Tata Got Licenses Out of Turn: Chandrashekhar

Tata Got Licenses Out of Turn: Chandrashekhar
Continuing his war of words with Ratan Tata, Rajya Sabha MP Rajeev Chandrasekhar today alleged that contrary to claims of probity, the Tata group got spectrum allocated out of turn through change in policy to allow dual technology.

Responding to recent letter by Tata that he was acting at the behest of some political interests to embarrass Prime Minister Manmohan Singh and the government and lobbied for a change in telecom policy that helped big GSM players, Chandrasekhar also questioned former telecom regulator Pradeep Baijal's role in benefiting Tatas.

In a veiled attack against Tatas' PR consultant Niira Radia, whose taped conversations with him prompted Ratan Tata to take a public position and recourse to legal remedies, the MP asked authorities to keep focus of investigation on scam to weed out the lobbyists from the telecom sector.

Ratan Tata had taken a strong exception to leakage and publication of the tape containing what he termed as private conversations and also talked about the erosion in governance.

Reacting to the position of probity and transparency taken by Tata, Chandrasekhar had alleged that the conglomerate itself was beneficiary of policy changes, provoking Ratan Tata to issue a strong rebuttal.

"I completely stand by every word that I have written in my letter... Tata had raised the issue of flip-flop of policy, I would like to ask how did the Tata companies get UASL licences in new circles without going through the auction process (in 2003)," Chandrasekhar said in a statement.

Tata in his open letter had asserted that his group company Tata Teleservices had not been advantaged in any way by former telecom minister A Raja or any earlier minister.

Tata had also asserted that the government's telecom policy broke the powerful cartel. He also backed the probe covering the period since 2001 when BJP-led NDA was in power.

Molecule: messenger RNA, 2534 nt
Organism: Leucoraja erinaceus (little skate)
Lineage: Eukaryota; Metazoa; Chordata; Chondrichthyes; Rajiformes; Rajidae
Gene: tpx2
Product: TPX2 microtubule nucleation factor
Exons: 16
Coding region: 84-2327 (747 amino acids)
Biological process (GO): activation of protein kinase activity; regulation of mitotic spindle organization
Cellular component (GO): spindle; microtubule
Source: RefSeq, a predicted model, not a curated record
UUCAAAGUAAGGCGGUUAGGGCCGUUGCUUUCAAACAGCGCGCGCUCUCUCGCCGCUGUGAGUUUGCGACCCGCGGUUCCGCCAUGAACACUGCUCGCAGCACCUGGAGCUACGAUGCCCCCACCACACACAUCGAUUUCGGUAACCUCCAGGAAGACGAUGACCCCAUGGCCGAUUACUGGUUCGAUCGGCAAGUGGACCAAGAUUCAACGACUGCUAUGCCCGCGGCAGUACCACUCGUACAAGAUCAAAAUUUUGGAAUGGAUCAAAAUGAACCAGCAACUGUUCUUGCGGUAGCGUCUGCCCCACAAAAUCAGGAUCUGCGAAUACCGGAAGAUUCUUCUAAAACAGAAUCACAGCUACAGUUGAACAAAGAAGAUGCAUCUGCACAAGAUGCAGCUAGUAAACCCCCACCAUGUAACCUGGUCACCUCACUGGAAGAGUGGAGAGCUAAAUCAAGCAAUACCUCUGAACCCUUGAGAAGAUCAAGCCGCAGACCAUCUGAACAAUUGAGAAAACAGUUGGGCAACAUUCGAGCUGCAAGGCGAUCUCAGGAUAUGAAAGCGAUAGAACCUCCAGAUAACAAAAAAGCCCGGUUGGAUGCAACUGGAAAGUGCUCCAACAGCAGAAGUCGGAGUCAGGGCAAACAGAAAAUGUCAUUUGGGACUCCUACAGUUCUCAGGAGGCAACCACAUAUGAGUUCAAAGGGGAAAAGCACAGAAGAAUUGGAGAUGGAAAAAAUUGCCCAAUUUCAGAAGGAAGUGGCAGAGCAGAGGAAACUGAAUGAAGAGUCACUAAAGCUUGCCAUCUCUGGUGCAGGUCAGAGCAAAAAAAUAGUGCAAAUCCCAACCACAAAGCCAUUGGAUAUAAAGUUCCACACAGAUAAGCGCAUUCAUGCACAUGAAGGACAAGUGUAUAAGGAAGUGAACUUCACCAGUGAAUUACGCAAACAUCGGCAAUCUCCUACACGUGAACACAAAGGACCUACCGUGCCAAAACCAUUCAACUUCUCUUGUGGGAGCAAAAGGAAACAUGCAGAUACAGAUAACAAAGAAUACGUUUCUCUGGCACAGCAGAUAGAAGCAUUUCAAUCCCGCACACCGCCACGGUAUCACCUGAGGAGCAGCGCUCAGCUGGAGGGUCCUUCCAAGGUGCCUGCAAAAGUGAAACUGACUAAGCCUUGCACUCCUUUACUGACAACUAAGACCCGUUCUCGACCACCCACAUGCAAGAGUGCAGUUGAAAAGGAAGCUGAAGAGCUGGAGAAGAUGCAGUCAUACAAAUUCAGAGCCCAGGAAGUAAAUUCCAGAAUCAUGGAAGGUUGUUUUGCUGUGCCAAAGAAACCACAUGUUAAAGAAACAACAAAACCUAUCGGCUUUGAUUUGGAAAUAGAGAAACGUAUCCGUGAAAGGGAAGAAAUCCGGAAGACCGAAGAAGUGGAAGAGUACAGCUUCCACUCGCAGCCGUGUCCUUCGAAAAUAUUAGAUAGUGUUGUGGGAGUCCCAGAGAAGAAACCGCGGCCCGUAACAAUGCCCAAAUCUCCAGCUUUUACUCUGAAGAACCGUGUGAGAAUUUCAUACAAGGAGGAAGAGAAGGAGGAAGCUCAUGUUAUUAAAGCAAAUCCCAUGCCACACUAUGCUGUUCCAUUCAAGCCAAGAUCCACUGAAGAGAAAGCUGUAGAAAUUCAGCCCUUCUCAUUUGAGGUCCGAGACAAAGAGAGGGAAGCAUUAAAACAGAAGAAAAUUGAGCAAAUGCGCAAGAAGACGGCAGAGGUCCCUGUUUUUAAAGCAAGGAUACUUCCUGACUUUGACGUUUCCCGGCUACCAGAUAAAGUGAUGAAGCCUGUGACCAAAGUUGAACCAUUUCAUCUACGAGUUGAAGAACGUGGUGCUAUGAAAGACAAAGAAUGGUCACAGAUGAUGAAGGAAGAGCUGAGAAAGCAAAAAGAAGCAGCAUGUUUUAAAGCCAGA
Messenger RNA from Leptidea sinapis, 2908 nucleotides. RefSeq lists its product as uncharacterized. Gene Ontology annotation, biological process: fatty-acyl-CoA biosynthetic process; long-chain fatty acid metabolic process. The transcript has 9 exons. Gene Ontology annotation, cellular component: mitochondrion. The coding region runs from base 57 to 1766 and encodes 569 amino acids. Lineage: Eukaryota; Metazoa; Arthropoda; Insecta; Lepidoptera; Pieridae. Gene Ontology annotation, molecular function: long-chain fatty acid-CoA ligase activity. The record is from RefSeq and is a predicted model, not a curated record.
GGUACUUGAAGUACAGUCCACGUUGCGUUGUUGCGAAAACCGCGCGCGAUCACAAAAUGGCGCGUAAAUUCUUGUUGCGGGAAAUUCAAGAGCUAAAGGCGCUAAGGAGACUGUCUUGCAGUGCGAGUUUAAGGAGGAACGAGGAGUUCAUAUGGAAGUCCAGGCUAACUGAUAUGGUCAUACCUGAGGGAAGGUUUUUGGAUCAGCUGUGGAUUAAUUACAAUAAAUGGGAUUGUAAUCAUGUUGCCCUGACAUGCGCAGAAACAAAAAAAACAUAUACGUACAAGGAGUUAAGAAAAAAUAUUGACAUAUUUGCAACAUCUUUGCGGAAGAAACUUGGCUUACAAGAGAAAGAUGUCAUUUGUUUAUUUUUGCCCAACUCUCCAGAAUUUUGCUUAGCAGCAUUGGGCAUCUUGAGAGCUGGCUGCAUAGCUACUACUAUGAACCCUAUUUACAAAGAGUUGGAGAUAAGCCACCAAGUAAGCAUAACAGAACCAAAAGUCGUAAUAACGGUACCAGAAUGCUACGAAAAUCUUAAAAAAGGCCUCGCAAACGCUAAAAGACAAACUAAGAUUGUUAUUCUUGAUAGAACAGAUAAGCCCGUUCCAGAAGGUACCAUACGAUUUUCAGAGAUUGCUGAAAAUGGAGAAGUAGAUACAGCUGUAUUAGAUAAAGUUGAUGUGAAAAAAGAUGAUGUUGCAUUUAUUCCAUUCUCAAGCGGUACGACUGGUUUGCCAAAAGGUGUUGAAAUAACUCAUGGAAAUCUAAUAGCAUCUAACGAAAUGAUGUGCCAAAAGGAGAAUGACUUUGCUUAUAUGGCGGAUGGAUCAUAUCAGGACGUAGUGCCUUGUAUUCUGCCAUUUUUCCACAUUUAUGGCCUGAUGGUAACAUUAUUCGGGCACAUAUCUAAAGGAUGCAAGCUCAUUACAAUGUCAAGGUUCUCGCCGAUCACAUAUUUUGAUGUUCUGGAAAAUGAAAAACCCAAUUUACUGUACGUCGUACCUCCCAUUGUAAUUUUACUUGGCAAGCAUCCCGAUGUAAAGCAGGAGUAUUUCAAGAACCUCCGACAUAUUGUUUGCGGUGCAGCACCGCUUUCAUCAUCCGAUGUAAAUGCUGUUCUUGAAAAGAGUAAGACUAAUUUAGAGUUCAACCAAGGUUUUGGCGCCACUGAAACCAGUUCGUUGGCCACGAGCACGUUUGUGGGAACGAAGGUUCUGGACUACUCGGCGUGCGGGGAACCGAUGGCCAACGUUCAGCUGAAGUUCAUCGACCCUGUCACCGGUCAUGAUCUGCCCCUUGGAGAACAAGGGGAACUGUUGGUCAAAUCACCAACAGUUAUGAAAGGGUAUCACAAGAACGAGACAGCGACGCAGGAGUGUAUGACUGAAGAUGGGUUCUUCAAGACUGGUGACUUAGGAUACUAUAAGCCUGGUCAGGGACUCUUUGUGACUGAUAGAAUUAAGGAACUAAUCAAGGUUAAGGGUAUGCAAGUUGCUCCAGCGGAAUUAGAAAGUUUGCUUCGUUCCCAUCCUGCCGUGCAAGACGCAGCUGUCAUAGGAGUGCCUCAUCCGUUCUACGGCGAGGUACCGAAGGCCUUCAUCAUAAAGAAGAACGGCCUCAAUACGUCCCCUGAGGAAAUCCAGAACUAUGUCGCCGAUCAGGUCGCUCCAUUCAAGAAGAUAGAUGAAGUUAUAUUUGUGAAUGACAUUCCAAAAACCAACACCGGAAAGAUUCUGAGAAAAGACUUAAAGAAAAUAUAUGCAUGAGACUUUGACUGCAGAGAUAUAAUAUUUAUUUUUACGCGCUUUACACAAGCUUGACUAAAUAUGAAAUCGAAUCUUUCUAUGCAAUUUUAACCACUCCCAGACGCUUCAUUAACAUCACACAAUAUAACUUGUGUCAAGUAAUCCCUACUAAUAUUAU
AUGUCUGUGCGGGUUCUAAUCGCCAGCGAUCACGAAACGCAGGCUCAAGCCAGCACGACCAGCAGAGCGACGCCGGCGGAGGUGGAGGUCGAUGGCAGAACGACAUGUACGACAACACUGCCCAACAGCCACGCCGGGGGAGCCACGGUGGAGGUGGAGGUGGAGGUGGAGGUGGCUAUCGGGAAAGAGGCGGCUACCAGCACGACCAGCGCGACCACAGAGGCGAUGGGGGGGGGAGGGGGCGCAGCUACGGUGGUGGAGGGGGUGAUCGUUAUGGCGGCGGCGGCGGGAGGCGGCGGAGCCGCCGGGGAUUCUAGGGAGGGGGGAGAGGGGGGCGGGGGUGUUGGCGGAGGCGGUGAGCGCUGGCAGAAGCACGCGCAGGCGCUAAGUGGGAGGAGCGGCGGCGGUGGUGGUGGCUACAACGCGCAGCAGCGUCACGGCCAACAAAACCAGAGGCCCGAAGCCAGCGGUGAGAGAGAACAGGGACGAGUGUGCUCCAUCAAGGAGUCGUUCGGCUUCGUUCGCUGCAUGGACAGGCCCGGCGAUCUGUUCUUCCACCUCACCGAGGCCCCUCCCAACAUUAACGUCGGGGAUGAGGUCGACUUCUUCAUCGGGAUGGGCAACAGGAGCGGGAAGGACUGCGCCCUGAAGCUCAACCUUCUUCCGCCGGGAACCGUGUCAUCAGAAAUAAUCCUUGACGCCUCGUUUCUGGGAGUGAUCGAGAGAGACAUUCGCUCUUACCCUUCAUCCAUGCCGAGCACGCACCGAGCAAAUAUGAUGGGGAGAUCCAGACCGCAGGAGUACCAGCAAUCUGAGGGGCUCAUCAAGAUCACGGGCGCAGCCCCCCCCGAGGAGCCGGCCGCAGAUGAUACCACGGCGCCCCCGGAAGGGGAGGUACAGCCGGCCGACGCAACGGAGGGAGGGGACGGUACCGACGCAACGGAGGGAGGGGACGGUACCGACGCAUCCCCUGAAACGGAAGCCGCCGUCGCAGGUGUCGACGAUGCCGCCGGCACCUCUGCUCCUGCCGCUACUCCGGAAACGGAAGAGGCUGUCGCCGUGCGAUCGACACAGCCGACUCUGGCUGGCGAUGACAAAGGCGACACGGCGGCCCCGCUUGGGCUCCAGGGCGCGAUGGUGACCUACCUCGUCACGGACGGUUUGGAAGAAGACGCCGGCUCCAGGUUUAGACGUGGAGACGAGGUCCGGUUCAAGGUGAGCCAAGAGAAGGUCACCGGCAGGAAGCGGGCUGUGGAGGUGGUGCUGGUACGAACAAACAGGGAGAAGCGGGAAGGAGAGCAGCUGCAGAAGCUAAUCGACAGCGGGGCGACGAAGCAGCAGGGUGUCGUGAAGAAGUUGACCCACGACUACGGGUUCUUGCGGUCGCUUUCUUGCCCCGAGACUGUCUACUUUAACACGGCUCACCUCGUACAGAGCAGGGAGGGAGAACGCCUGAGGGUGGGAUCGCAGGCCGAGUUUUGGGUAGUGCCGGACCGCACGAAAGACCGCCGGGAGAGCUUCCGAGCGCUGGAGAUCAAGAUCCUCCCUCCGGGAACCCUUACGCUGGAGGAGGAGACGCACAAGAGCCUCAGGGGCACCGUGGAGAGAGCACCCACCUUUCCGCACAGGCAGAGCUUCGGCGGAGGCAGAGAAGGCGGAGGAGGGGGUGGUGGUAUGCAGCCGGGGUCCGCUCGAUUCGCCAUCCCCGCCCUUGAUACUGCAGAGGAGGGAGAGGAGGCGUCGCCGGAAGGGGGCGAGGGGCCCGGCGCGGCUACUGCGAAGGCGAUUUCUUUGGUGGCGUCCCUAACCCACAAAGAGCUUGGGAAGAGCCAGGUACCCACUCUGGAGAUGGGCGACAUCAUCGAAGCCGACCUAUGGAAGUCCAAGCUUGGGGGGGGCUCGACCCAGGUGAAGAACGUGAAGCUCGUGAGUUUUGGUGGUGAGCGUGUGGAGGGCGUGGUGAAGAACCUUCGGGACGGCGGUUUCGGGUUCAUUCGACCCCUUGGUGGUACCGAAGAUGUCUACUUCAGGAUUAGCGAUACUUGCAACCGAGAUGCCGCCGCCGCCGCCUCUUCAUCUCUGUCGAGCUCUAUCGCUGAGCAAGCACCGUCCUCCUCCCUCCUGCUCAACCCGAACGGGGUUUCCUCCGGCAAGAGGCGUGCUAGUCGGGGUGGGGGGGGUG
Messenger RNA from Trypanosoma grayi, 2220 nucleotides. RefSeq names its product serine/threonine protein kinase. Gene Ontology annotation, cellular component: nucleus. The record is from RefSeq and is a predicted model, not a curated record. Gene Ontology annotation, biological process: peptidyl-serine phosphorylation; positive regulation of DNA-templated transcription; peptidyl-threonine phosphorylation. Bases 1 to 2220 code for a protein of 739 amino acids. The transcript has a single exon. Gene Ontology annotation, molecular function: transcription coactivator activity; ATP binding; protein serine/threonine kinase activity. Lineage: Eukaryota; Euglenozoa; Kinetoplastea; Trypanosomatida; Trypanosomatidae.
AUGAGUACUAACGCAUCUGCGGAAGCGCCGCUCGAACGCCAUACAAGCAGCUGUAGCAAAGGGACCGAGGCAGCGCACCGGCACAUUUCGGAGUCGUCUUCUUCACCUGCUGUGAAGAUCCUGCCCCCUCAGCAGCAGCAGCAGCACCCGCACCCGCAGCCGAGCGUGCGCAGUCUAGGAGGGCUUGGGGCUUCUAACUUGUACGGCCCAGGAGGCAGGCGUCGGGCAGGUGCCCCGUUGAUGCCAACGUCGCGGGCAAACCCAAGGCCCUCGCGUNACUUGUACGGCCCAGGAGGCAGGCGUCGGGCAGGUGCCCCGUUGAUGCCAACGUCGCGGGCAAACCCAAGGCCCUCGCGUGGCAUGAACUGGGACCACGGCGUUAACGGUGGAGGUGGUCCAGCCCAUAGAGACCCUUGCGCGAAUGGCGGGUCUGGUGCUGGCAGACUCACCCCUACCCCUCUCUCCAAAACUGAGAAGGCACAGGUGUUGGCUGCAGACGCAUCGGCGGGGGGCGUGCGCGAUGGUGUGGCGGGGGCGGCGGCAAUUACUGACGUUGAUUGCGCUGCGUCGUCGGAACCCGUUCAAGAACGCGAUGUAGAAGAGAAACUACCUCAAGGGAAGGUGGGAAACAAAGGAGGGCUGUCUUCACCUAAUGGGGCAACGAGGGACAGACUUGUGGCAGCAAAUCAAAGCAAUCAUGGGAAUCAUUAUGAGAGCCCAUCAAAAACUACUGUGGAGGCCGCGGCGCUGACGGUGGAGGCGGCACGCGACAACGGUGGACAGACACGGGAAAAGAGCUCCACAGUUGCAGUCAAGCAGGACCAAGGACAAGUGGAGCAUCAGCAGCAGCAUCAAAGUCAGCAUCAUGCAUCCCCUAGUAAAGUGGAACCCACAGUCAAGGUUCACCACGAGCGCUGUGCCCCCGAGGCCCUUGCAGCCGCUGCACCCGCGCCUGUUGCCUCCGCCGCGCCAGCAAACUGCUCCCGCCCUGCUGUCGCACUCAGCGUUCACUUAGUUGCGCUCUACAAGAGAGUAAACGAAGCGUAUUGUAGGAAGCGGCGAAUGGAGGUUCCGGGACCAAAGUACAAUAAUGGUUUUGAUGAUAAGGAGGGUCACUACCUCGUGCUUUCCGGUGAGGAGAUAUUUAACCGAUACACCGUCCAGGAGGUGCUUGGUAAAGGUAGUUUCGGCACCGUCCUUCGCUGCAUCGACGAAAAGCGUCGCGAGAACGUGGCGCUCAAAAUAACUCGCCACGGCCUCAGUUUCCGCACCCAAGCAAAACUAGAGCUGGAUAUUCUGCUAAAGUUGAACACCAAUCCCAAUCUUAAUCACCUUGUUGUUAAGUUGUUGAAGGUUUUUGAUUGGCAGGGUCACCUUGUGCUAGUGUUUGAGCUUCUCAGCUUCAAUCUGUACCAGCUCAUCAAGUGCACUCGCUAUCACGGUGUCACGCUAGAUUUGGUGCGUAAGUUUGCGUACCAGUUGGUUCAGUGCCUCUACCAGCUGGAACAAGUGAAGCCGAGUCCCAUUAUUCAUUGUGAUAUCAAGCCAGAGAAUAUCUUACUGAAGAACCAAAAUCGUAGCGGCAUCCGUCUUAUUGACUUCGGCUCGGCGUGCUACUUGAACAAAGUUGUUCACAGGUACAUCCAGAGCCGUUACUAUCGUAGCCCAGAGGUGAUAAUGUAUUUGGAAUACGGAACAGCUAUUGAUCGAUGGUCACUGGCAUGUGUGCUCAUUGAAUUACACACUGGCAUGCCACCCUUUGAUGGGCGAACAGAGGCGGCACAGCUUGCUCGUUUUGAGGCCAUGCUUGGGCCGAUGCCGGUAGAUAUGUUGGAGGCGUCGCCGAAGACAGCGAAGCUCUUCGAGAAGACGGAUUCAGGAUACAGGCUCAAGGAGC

In his statement today, Chandrasekhar also questioned former TRAI Chairman Pradeep Baijal's role as he was at helm of affairs when the telecom regulator recommended converting limited mobility into full mobility licences (called Unified Access Service Licence).

After his retirement from TRAI, Baijal had joined a firm which was offering consultancy to Tata companies, he said.

Chandrasekhar said he has chosen to issue a statement rather than responding to Tata's open letter. "Focus must remain on 2G spectrum scam investigations and speedy prosecution of all the guilty parties should become a national priority as this is important to rid the telecom sector once and for all of corruption"

In his statement, Chandrasekhar said, "I had originally planned to reply in detail to Ratan Tata’s response to my open letter, but in view of the Supreme Court statement today, I have decided against a continued public exchange of letters."

"Because I do not wish to distract media and public from the recently launched and ongoing investigation into the spectrum scam(s), or give the false impression that this is a corporate war. The investigation is a national priority. The recovery of the lost money is a national priority," he said.

"Why were certain policies of the government created, which the CAG has confirmed has caused loss to the public exchequer? Which corporate were the beneficiaries of such policies? Who are the shadowy politicians and bureaucrats behind these benefits and beneficiaries – and their relationship with corporates/lobbyists?" the MP asked

These need to be asked of all the companies and policymakers in telecom today including the Tatas, he added.

Throwing an open challenge he said, "I am willing to discuss the issues that were first raised in Tata’s interview" including those of policy flip-flop, out of turn allocation of spectrum and its hoarding.

On the issue of spectrum hoarding, Tata had said that old GSM operators were holding excess spectrum and that too free of cost.

Chandrasekhar said that companies which have got both CDMA as well GSM spectrum (Tata Teleservices and RCom) at 2001 price serve the least number of subscribers and also paid the minimum revenue to the government per MHz of spectrum (compared to old operators).

"I believe it’s time that the country learns the truth about the goings on in the telecom sector. All telecom companies who have benefited unfairly must come clean. I hope other companies - DB Telecom, Unitech, Reliance, Airtel, Vodafone etc will join this public debate too," he added.
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